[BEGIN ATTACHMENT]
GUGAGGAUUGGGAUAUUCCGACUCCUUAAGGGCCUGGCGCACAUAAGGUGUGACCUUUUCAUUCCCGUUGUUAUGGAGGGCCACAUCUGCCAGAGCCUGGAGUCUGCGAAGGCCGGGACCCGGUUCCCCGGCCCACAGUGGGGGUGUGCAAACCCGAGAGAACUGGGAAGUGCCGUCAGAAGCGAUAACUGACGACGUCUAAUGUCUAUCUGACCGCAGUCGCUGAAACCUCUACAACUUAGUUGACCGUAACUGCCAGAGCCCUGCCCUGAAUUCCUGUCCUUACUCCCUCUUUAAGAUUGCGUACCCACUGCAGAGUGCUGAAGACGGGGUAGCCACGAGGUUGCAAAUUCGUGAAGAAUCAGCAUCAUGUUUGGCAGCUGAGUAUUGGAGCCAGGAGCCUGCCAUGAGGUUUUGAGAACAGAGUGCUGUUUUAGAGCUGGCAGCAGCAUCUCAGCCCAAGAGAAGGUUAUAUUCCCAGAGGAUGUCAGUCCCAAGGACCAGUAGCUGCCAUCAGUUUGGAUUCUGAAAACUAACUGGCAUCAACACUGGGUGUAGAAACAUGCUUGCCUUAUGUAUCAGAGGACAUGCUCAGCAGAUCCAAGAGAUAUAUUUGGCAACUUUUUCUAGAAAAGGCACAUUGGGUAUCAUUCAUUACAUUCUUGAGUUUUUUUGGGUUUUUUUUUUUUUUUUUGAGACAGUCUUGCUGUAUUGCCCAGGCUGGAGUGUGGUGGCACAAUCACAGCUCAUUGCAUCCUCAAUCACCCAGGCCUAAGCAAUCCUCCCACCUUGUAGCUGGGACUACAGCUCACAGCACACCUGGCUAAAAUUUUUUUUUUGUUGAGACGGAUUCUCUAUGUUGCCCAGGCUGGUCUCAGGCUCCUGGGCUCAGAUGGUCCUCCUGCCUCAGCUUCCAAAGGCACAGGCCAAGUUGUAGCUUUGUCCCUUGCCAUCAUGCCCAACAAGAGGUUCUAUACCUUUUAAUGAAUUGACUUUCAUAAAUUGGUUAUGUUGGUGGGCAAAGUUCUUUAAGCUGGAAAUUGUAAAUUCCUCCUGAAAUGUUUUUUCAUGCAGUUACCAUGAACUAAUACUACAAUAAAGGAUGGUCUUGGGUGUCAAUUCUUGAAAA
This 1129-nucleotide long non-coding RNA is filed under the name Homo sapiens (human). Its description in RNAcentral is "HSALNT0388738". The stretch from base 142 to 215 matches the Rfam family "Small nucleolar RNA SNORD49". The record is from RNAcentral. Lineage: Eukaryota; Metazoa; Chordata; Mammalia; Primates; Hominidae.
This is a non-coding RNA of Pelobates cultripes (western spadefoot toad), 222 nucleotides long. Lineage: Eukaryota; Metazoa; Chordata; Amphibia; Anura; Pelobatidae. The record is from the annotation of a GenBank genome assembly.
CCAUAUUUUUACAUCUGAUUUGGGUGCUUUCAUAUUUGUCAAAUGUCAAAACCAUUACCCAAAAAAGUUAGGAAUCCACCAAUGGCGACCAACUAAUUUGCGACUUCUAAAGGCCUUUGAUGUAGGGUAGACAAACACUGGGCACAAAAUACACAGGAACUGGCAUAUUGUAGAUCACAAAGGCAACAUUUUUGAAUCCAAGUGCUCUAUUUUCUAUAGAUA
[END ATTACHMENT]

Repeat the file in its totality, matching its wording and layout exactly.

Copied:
GUGAGGAUUGGGAUAUUCCGACUCCUUAAGGGCCUGGCGCACAUAAGGUGUGACCUUUUCAUUCCCGUUGUUAUGGAGGGCCACAUCUGCCAGAGCCUGGAGUCUGCGAAGGCCGGGACCCGGUUCCCCGGCCCACAGUGGGGGUGUGCAAACCCGAGAGAACUGGGAAGUGCCGUCAGAAGCGAUAACUGACGACGUCUAAUGUCUAUCUGACCGCAGUCGCUGAAACCUCUACAACUUAGUUGACCGUAACUGCCAGAGCCCUGCCCUGAAUUCCUGUCCUUACUCCCUCUUUAAGAUUGCGUACCCACUGCAGAGUGCUGAAGACGGGGUAGCCACGAGGUUGCAAAUUCGUGAAGAAUCAGCAUCAUGUUUGGCAGCUGAGUAUUGGAGCCAGGAGCCUGCCAUGAGGUUUUGAGAACAGAGUGCUGUUUUAGAGCUGGCAGCAGCAUCUCAGCCCAAGAGAAGGUUAUAUUCCCAGAGGAUGUCAGUCCCAAGGACCAGUAGCUGCCAUCAGUUUGGAUUCUGAAAACUAACUGGCAUCAACACUGGGUGUAGAAACAUGCUUGCCUUAUGUAUCAGAGGACAUGCUCAGCAGAUCCAAGAGAUAUAUUUGGCAACUUUUUCUAGAAAAGGCACAUUGGGUAUCAUUCAUUACAUUCUUGAGUUUUUUUGGGUUUUUUUUUUUUUUUUUGAGACAGUCUUGCUGUAUUGCCCAGGCUGGAGUGUGGUGGCACAAUCACAGCUCAUUGCAUCCUCAAUCACCCAGGCCUAAGCAAUCCUCCCACCUUGUAGCUGGGACUACAGCUCACAGCACACCUGGCUAAAAUUUUUUUUUUGUUGAGACGGAUUCUCUAUGUUGCCCAGGCUGGUCUCAGGCUCCUGGGCUCAGAUGGUCCUCCUGCCUCAGCUUCCAAAGGCACAGGCCAAGUUGUAGCUUUGUCCCUUGCCAUCAUGCCCAACAAGAGGUUCUAUACCUUUUAAUGAAUUGACUUUCAUAAAUUGGUUAUGUUGGUGGGCAAAGUUCUUUAAGCUGGAAAUUGUAAAUUCCUCCUGAAAUGUUUUUUCAUGCAGUUACCAUGAACUAAUACUACAAUAAAGGAUGGUCUUGGGUGUCAAUUCUUGAAAA
This 1129-nucleotide long non-coding RNA is filed under the name Homo sapiens (human). Its description in RNAcentral is "HSALNT0388738". The stretch from base 142 to 215 matches the Rfam family "Small nucleolar RNA SNORD49". The record is from RNAcentral. Lineage: Eukaryota; Metazoa; Chordata; Mammalia; Primates; Hominidae.
This is a non-coding RNA of Pelobates cultripes (western spadefoot toad), 222 nucleotides long. Lineage: Eukaryota; Metazoa; Chordata; Amphibia; Anura; Pelobatidae. The record is from the annotation of a GenBank genome assembly.
CCAUAUUUUUACAUCUGAUUUGGGUGCUUUCAUAUUUGUCAAAUGUCAAAACCAUUACCCAAAAAAGUUAGGAAUCCACCAAUGGCGACCAACUAAUUUGCGACUUCUAAAGGCCUUUGAUGUAGGGUAGACAAACACUGGGCACAAAAUACACAGGAACUGGCAUAUUGUAGAUCACAAAGGCAACAUUUUUGAAUCCAAGUGCUCUAUUUUCUAUAGAUA